A four-star general who was the first head of the new US Africa Command is facing possible demotion for allegedly spending hundreds of thousands of dollars on lavish travel, hotels and other items, it has emerged.
General William "Kip" Ward, whose rank commands a salary of more than 20,000 dollars a month (£12,800), has been under investigation for about 17 months, and US defence secretary Leon Panetta is expected to make a final decision on the matter before the end of the month, according to several sources.
The defence sources said Gen Ward was facing numerous accusations that he spent several hundred thousand dollars allowing unauthorised people, including family members, to fly on government planes, and spent excessive amounts on hotel rooms, transport and other expenses when he travelled as head of Africa Command.
A four-star general is the highest rank in the US Army.
While the exact amount of alleged mis-spending was not disclosed, the estimated total raises comparisons with the 823,000 dollars (£527,000) allegedly spent by dozens of employees of the General Services Administration, who were accused of lavish spending during an October 2010 conference at a Las Vegas resort.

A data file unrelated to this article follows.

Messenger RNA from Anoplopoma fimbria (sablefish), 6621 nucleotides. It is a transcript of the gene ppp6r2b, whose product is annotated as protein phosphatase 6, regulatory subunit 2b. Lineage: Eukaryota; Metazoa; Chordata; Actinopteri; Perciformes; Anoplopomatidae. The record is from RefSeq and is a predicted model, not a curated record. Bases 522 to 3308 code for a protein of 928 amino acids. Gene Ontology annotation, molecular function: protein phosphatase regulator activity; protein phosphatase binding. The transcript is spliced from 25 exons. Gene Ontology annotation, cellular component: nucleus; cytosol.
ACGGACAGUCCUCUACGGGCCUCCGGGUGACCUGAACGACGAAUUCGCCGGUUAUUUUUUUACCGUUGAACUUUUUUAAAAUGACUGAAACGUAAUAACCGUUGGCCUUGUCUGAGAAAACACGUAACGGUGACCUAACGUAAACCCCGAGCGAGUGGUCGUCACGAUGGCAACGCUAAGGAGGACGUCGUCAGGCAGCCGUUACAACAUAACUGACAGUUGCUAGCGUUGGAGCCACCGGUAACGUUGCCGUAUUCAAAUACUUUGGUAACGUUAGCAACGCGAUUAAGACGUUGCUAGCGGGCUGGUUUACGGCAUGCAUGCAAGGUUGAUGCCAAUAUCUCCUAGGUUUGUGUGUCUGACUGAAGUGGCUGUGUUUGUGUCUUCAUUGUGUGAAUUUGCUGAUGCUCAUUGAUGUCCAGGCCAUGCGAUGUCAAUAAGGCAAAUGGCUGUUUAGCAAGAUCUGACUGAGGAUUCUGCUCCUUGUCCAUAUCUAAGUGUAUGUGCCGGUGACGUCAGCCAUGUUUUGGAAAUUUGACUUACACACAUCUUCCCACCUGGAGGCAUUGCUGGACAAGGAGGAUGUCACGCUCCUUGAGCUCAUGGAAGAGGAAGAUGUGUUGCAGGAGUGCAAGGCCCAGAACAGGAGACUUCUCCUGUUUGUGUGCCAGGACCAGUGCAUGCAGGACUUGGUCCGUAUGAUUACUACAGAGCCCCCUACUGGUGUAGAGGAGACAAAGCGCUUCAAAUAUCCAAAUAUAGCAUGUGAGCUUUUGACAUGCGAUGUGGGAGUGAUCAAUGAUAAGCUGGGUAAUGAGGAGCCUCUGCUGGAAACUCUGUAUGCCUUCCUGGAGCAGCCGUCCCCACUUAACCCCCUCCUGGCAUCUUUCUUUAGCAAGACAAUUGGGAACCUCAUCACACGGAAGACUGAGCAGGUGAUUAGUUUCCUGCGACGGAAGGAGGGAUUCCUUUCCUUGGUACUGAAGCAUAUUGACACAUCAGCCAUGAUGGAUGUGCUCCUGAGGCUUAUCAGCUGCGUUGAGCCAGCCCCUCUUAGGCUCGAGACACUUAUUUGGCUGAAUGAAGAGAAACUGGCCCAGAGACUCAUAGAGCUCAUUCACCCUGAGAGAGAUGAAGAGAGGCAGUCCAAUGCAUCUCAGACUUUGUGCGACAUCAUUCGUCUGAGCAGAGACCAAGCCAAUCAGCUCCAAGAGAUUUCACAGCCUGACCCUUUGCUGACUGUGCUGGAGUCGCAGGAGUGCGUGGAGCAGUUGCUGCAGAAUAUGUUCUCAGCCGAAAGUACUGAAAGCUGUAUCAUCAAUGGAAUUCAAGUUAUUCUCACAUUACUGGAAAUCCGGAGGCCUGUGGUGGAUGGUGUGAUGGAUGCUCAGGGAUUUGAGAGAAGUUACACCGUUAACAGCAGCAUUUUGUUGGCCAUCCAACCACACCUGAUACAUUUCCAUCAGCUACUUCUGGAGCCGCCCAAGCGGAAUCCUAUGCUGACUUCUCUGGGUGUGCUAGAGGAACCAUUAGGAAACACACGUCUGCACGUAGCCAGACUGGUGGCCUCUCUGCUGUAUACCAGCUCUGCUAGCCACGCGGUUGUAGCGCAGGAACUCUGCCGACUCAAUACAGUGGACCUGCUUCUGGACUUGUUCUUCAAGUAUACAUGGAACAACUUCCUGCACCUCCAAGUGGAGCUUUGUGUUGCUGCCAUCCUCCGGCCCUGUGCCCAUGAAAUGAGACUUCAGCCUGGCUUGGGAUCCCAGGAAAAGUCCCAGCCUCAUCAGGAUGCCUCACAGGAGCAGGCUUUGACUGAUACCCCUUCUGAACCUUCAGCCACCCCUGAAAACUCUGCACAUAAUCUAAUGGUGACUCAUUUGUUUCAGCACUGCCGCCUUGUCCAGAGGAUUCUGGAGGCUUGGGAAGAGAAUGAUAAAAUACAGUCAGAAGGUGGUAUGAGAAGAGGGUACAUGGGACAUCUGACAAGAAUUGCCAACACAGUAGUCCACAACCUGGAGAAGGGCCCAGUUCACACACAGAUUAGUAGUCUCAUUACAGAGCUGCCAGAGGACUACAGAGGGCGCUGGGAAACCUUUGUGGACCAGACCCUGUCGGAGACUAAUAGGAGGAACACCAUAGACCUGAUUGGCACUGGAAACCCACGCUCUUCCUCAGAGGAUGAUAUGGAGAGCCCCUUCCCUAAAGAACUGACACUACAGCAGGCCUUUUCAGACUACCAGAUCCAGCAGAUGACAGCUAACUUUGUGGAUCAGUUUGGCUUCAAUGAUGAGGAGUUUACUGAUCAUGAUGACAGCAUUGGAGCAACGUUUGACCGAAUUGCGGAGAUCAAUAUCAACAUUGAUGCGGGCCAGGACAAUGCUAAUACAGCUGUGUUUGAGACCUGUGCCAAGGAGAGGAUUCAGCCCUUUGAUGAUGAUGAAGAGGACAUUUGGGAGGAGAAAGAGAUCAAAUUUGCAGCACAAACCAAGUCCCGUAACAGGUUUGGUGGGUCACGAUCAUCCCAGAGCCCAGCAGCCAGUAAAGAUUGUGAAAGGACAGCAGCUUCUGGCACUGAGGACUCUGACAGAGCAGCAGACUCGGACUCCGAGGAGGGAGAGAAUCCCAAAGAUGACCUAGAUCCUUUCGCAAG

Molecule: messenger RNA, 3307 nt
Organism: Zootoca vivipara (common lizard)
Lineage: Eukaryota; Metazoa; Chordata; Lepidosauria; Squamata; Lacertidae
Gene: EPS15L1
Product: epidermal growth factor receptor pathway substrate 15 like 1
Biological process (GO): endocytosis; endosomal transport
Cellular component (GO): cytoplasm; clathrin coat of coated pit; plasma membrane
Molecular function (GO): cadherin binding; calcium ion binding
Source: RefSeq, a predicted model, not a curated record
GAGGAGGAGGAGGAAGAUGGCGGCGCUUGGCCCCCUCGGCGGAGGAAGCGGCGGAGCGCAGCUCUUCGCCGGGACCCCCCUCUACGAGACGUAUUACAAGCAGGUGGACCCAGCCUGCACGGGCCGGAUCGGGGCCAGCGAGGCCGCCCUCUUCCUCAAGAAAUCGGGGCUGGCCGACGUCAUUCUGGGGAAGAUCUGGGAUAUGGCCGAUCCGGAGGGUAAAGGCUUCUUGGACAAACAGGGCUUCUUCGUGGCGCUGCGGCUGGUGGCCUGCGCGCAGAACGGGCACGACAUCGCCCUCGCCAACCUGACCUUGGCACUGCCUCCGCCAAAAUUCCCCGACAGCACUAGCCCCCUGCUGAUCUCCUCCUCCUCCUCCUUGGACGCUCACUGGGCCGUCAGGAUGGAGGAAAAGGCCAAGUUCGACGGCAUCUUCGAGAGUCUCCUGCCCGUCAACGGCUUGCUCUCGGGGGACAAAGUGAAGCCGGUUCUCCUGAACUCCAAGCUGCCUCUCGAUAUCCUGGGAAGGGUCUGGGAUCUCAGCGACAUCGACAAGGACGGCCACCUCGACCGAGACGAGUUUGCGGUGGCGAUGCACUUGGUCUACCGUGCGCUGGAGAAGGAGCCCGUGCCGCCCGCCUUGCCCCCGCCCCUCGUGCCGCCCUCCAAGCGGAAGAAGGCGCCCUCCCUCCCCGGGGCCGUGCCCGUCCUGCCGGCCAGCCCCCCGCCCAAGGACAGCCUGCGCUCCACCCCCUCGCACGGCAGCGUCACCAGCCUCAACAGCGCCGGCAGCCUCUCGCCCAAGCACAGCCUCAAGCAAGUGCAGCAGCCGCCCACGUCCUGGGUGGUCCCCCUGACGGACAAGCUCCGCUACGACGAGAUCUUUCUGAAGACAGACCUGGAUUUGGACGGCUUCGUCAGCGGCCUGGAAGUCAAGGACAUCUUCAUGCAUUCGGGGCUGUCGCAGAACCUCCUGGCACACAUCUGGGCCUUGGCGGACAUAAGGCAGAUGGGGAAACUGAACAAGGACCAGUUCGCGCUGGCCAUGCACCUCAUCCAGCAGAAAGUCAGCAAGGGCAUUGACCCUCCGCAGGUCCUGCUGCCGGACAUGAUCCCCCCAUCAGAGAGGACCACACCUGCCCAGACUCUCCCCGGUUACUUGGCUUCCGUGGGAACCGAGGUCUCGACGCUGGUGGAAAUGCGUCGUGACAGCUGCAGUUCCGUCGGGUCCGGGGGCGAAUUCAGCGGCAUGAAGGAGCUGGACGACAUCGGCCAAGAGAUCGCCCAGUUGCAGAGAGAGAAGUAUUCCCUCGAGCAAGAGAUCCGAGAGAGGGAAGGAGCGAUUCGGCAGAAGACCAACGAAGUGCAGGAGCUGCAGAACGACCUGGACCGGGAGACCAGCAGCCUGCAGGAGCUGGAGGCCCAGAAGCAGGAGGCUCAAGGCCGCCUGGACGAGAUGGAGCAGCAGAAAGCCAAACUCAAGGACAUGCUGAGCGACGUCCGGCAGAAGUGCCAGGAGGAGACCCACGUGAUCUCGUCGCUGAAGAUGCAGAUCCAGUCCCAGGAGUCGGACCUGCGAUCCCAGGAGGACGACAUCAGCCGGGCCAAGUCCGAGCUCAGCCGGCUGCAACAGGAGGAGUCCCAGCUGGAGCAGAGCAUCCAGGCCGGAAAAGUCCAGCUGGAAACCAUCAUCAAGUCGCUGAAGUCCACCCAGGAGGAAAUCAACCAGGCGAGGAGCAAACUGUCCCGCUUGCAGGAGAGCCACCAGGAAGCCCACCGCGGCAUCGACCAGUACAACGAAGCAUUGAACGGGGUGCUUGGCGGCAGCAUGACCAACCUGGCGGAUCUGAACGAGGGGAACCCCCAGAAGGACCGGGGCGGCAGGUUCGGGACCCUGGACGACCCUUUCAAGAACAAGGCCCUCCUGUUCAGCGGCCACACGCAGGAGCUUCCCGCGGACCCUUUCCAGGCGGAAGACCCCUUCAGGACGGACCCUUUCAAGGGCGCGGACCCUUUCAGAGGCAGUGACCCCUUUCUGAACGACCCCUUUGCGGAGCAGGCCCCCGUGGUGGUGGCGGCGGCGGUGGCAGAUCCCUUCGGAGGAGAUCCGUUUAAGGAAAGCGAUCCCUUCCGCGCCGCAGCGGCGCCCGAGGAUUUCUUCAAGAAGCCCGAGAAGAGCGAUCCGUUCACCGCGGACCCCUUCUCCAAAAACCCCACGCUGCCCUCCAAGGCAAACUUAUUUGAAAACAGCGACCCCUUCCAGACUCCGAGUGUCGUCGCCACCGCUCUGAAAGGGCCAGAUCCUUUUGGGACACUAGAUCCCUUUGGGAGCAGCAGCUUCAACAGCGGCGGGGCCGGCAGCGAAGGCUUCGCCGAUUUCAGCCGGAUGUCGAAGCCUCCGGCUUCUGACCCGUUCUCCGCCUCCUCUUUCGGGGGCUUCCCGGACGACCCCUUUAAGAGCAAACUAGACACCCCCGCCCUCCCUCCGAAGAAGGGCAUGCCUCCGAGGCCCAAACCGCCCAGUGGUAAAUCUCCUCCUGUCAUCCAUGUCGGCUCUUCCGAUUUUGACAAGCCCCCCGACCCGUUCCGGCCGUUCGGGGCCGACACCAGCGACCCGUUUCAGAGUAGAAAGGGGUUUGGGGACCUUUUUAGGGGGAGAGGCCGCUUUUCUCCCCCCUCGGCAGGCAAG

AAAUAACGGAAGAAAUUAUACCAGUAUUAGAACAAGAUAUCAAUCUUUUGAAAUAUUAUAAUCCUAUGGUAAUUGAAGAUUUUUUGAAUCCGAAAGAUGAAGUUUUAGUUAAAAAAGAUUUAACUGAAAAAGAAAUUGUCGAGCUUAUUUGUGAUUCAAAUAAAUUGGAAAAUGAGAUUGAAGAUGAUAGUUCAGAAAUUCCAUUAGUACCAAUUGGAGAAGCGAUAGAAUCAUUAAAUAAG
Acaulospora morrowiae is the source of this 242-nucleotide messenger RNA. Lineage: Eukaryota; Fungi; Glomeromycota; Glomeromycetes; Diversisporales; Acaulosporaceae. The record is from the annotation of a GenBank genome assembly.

Officials described the investigation anonymously because it is a personnel matter and the report on the investigation has not been released publicly.
The Defence Department inspector general has completed an investigation into Gen Ward's activities and the issue is under legal review.
Mr Panetta's options regarding Gen Ward are limited by complex laws and military guidelines, but he can demote him and force him to retire at a lower rank.
Because Gen Ward's alleged offences occurred while he was a four-star general, he could be forced to retire as a three-star, which officials said could cost him as much as a million dollars in retirement pay over time. It was not immediately clear whether he could also face criminal charges.
In order for Gen Ward to be demoted to two-star rank, investigators would have to conclude that he also had problems before moving to Africa Command, and officials say that does not appear to be the case. In making his decision, Mr Panetta has to certify to the US Congress that Gen Ward served satisfactorily at the rank at which he is retired.